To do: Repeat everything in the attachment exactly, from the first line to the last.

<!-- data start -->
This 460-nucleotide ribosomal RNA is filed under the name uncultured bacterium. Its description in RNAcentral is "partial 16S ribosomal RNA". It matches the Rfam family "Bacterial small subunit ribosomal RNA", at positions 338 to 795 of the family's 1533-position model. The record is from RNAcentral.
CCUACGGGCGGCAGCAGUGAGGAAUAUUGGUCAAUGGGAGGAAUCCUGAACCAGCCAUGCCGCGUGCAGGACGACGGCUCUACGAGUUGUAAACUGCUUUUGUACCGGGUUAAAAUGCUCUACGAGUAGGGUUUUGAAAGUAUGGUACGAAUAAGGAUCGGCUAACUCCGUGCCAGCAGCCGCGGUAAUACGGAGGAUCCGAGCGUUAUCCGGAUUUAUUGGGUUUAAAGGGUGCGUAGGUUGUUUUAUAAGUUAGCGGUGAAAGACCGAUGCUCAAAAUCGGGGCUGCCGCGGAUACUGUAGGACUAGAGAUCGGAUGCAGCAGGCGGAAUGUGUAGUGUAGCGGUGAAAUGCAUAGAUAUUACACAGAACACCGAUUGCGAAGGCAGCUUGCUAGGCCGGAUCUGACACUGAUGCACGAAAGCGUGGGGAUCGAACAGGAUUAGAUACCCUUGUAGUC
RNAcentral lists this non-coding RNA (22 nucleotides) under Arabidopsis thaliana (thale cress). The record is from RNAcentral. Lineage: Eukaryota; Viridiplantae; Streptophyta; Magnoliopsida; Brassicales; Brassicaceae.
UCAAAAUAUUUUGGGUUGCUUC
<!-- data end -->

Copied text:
This 460-nucleotide ribosomal RNA is filed under the name uncultured bacterium. Its description in RNAcentral is "partial 16S ribosomal RNA". It matches the Rfam family "Bacterial small subunit ribosomal RNA", at positions 338 to 795 of the family's 1533-position model. The record is from RNAcentral.
CCUACGGGCGGCAGCAGUGAGGAAUAUUGGUCAAUGGGAGGAAUCCUGAACCAGCCAUGCCGCGUGCAGGACGACGGCUCUACGAGUUGUAAACUGCUUUUGUACCGGGUUAAAAUGCUCUACGAGUAGGGUUUUGAAAGUAUGGUACGAAUAAGGAUCGGCUAACUCCGUGCCAGCAGCCGCGGUAAUACGGAGGAUCCGAGCGUUAUCCGGAUUUAUUGGGUUUAAAGGGUGCGUAGGUUGUUUUAUAAGUUAGCGGUGAAAGACCGAUGCUCAAAAUCGGGGCUGCCGCGGAUACUGUAGGACUAGAGAUCGGAUGCAGCAGGCGGAAUGUGUAGUGUAGCGGUGAAAUGCAUAGAUAUUACACAGAACACCGAUUGCGAAGGCAGCUUGCUAGGCCGGAUCUGACACUGAUGCACGAAAGCGUGGGGAUCGAACAGGAUUAGAUACCCUUGUAGUC
RNAcentral lists this non-coding RNA (22 nucleotides) under Arabidopsis thaliana (thale cress). The record is from RNAcentral. Lineage: Eukaryota; Viridiplantae; Streptophyta; Magnoliopsida; Brassicales; Brassicaceae.
UCAAAAUAUUUUGGGUUGCUUC